Ridgeway announced that Southern Health would be taking over in March 2012. In April relatives received
letters telling them that they were taking over formally from November 1st 2012 (not long after Nico’s death at all. The fact that when Nico died in the August when this home was still being run under Ridgeway is of no consequence. Southern Health have been responsible for the aftermath and has behaved appallingly to this family as they have with Connor Sparrowhawks. Every single aspect of Nico’s death has been dealt with by Southern Health since the day he died and it is their legal team who are grinding the family into the ground…so yes actually I think they should comment.
While I understand that as a parent who’s relative is being supported by Southern Health you’re probably very frightened and worried about the future of their (your relatives) support. God knows I would be, your vitriolic response to this family saddens me. I only hope you never have to go through what they have …and then have to receive such lack of compassion not only by another human being but a fellow parent of a disabled child.
I’d also love to know how you could possibly know all or indeed any the true facts when the family don’t. But, I too hope the truth comes out so Nico’s family can finally find some peace.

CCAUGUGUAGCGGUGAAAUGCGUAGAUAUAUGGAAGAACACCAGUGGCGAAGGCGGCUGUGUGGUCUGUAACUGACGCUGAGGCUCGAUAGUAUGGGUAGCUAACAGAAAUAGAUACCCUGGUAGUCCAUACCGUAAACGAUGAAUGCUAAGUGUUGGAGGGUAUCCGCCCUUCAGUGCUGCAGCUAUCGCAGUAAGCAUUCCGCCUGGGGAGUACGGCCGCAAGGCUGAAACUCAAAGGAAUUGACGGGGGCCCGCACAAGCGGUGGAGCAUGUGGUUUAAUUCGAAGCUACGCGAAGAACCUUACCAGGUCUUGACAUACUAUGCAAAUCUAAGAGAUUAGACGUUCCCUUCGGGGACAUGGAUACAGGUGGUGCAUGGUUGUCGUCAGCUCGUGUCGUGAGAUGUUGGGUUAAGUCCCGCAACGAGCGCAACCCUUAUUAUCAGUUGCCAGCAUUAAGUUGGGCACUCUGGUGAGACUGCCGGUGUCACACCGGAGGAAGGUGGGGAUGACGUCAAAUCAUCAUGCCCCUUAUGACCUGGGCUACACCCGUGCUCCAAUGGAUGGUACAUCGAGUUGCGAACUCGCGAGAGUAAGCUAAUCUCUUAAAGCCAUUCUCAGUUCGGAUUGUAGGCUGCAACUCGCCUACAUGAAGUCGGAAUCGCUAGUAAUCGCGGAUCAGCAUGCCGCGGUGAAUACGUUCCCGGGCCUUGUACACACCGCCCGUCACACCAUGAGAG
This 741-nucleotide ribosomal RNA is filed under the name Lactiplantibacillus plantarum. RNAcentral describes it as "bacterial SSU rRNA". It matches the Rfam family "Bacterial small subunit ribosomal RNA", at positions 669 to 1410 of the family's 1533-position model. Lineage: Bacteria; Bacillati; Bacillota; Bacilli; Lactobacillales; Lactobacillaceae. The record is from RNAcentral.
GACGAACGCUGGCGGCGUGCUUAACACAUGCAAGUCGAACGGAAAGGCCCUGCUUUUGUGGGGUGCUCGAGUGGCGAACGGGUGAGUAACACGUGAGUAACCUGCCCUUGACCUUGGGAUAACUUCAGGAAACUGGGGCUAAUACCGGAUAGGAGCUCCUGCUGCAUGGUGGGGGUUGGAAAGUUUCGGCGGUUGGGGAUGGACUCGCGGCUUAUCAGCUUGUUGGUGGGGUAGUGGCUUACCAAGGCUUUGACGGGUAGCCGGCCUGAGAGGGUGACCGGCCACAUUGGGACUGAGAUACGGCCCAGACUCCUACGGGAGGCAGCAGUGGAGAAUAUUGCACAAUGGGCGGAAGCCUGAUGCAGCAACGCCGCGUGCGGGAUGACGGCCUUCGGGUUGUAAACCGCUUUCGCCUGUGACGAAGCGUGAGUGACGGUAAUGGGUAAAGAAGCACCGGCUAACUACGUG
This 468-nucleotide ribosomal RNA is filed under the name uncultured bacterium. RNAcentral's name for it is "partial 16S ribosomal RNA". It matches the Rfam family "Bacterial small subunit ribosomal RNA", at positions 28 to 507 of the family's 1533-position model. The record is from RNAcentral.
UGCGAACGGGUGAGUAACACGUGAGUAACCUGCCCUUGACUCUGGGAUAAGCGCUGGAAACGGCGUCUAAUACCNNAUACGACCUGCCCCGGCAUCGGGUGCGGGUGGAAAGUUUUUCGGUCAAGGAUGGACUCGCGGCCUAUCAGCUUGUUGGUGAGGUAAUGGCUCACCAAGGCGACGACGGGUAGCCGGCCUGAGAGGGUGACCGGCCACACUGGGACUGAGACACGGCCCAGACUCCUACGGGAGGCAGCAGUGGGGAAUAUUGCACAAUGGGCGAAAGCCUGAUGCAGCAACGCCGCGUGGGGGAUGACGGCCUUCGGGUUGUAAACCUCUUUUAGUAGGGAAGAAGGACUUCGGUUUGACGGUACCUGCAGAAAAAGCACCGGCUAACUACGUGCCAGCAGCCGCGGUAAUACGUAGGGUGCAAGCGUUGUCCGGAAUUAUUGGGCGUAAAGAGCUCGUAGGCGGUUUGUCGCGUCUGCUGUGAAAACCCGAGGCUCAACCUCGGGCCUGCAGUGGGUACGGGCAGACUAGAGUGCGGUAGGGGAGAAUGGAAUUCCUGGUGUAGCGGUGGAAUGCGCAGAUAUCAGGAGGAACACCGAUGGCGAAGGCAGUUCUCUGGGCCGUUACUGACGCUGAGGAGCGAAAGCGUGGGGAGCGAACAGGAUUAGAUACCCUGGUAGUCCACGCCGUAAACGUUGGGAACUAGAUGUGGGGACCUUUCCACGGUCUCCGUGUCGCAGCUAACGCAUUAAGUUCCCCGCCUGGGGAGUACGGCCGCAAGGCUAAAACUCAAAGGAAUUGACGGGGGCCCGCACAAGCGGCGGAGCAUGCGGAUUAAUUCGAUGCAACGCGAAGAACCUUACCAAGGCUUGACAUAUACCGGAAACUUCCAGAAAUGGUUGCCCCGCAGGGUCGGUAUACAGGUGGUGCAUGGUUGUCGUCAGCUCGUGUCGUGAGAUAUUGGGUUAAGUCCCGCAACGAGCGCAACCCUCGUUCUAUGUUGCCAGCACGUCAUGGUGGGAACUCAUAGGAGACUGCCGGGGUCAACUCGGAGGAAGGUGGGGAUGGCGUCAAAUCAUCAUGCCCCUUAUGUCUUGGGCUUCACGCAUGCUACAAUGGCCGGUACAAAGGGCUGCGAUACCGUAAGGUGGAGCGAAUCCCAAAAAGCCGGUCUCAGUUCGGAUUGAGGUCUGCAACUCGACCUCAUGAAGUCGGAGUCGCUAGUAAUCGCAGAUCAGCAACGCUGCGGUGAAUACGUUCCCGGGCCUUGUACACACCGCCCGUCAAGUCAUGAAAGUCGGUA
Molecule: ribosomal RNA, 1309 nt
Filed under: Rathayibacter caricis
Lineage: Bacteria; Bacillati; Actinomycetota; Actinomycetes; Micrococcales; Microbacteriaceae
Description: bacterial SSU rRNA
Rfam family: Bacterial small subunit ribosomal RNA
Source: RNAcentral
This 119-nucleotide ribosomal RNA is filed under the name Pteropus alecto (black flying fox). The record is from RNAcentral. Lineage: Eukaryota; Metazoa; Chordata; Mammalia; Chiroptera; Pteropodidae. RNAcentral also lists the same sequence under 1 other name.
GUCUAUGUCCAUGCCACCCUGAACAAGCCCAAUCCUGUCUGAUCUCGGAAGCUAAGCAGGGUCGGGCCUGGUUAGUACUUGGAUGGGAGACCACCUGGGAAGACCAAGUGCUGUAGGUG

As for the Harpies comment, well …I can only say I hope you feel better for releasing all that bile
As I was writing this another comment appeared on my blog…
Not bile at all dear. Just a ponderance. Perhaps you should all wait for the inquest verdict, and not be blindly swayed buy subjective comments. Unless you were actually there you have no knowledge of the facts.
The “Harpies” comment and calling me “dear” was actually like a red rag to a bull for me but, I decided to wait…take a deep breath, compose myself and try to put myself in his shoes -try to understand why he’s being the way he is. (clearly a he, a couple of give away’s…‘harpies’…’dear’)
He’s obviously angry and upset at the thought that Southern Health could lose their contract. The staff are probably upset and have no doubt been speaking to him about their experiences – and the equilibrium in his son’s house is no doubt being disturbed. I totally get that! I totally get that as a parent you would desperately want to cling on to the support you feel is working for your son.
What I don’t get is the lack of empathy towards a family who have lost forever their beloved son. I don’t get that as a parent of a disabled son he would deem it appropriate (on any level) to send goading comments that imply he/they know something no else does. The fact this person calls himself ‘in the know’ is a bit disturbing…How does he know? Was he actually there? – Highly unlikely I think. Were staff there? what do they know that they have shared with him?
The fact is no one knows!…and how tragic is that?
Nico Reed died over two years ago. His family still don’t know the circumstances surrounding his death. They have no answers. The Trust responsible for his ‘care’ have behaved disgracefully to them and the family of Connor Sparrowhawk…end of!
So, my reply to his latest comment